Recently I asked the author what he had been reading recently. Here’s Fagan's reply:
I spend a great deal of time reading dreary, impossibly narrow and dull academic literature, so I relax by reading a wide range of non-fiction. For some reason, fiction has limited appeal for me, except for the immortal writings of the English humorist P.G. Wodehouse, which never pale. The task of choosing interesting non-fiction gets ever more arduous, given the tidal wave of (often mediocre) newly published works on every subject imaginable. But here are some of my favorites.Visit Brian Fagan's website.
Some months ago, I was asked to review Jeffrey Bolster’s The Mortal Sea: Fishing the Atlantic in the Age of Sail. The author is a sailor and a fisherman, who has been out there and done it, so his account of cod fisheries and overfishing is truly authoritative. He makes the case that overfishing has afflicted the North Atlantic fisheries from the very beginnings of the lucrative European cod trade, fueled by Catholic doctrines that one ate fish on Fridays and Holy Days. This is a beautifully written, densely argued and documented book, but is something I’ve been returning to again and again.
I love Robert Massie’s histories, which display profound, detailed scholarship, yet roll along in an orgy of vivid story telling. Castles of Steel is about dreadnoughts and World War naval warfare, written with a wonderfully analytical eye and character sketches that really give one the essence of the key players on both sides. Massey really takes you back to the days when radar was unknown, gunnery was everything, and battle tactics were still oddly reminiscent of Lord Nelson’s day.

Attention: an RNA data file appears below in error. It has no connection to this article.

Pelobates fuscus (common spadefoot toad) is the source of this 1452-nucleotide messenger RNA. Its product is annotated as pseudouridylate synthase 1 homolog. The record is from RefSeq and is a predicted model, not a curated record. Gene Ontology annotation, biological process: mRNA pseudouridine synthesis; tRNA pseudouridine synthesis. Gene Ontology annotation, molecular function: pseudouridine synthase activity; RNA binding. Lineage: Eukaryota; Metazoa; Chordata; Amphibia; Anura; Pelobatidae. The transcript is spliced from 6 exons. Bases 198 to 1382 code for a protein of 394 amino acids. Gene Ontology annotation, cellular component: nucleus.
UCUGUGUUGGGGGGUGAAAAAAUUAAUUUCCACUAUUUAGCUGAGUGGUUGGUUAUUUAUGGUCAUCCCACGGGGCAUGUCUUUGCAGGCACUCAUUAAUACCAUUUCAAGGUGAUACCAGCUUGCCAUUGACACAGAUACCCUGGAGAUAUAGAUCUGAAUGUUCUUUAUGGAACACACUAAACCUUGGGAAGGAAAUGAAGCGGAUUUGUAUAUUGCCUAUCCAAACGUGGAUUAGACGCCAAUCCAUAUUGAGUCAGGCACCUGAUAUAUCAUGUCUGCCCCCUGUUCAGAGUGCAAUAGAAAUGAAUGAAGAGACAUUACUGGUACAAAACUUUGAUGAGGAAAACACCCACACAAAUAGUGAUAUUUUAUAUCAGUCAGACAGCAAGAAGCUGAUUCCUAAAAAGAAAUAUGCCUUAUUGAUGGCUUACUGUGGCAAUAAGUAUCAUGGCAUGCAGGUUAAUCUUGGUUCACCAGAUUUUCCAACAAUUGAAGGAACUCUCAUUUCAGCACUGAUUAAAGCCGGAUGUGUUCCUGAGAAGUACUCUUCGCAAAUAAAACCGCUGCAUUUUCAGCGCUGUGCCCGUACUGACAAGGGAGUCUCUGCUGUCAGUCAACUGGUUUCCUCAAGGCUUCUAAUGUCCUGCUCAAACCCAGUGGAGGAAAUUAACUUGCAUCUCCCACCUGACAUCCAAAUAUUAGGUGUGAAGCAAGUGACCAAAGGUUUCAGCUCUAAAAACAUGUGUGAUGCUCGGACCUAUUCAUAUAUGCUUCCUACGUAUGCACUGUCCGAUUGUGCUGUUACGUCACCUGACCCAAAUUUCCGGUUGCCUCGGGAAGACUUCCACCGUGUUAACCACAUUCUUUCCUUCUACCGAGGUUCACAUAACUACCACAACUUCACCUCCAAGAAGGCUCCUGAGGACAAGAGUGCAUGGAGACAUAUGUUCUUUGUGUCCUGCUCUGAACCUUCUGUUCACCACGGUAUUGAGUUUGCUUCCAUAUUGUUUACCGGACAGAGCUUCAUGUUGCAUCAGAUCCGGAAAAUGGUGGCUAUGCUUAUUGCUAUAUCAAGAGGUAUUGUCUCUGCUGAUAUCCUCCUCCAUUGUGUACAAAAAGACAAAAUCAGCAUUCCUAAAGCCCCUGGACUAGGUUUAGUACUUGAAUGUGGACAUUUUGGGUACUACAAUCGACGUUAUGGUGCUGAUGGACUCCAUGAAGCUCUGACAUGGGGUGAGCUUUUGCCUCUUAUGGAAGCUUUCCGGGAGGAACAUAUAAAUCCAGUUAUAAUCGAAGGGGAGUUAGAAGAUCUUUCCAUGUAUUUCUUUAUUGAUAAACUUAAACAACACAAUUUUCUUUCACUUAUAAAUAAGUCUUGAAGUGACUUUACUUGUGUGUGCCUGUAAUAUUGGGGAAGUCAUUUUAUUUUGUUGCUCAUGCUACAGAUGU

Robert Macfarlane is an English writer, who writes about places and walking with passion and sensitivity. I’ve been returning again and again to his The Old Ways, which describes his wanderings over all manner of rural landscapes, especially in the British Isles. Macfarlane takes me back to the countryside of my youth, where the hectic pace of urban life was far away and there weren’t so many people around. Few people have moved me so profoundly with writing that really makes you feel you are there, alongside him, sleeping in the open, contemplating the view, looking for vanished track ways. I was intoxicated by the book, and still am.
Wade Davis is another of my favorite writers, a love affair that began with his One River, a remarkable book on the rain forest and the Amazon Basin. Now I’m into his Into the Silence: The Great War, Mallory, and the Conquest of Everest, a compelling account of the early exploration of Mount Everest, which culminates in the story of Mallory and Irvine. What makes Davis’s book so remarkable is that he has walked and traveled the rugged country around the great mountain, has interacted with the local people, and used his anthropological background to probe deeply into the relationship between visiting mountaineers and their native hosts. The result is a masterpiece of historical, anthropological and travel writing, which makes obscure explorations of a century ago come alive in the context of an impending Armageddon. Again, this is a book I dip into again and again, to revel in the author’s easy, yet meticulous style, and his priceless ability to get to the nub of complex, often controversial issues. As a writer, I’m humbled by his achievement.
The Page 99 Test: Fagan's The Great Warming.
The Page 99 Test: The Attacking Ocean.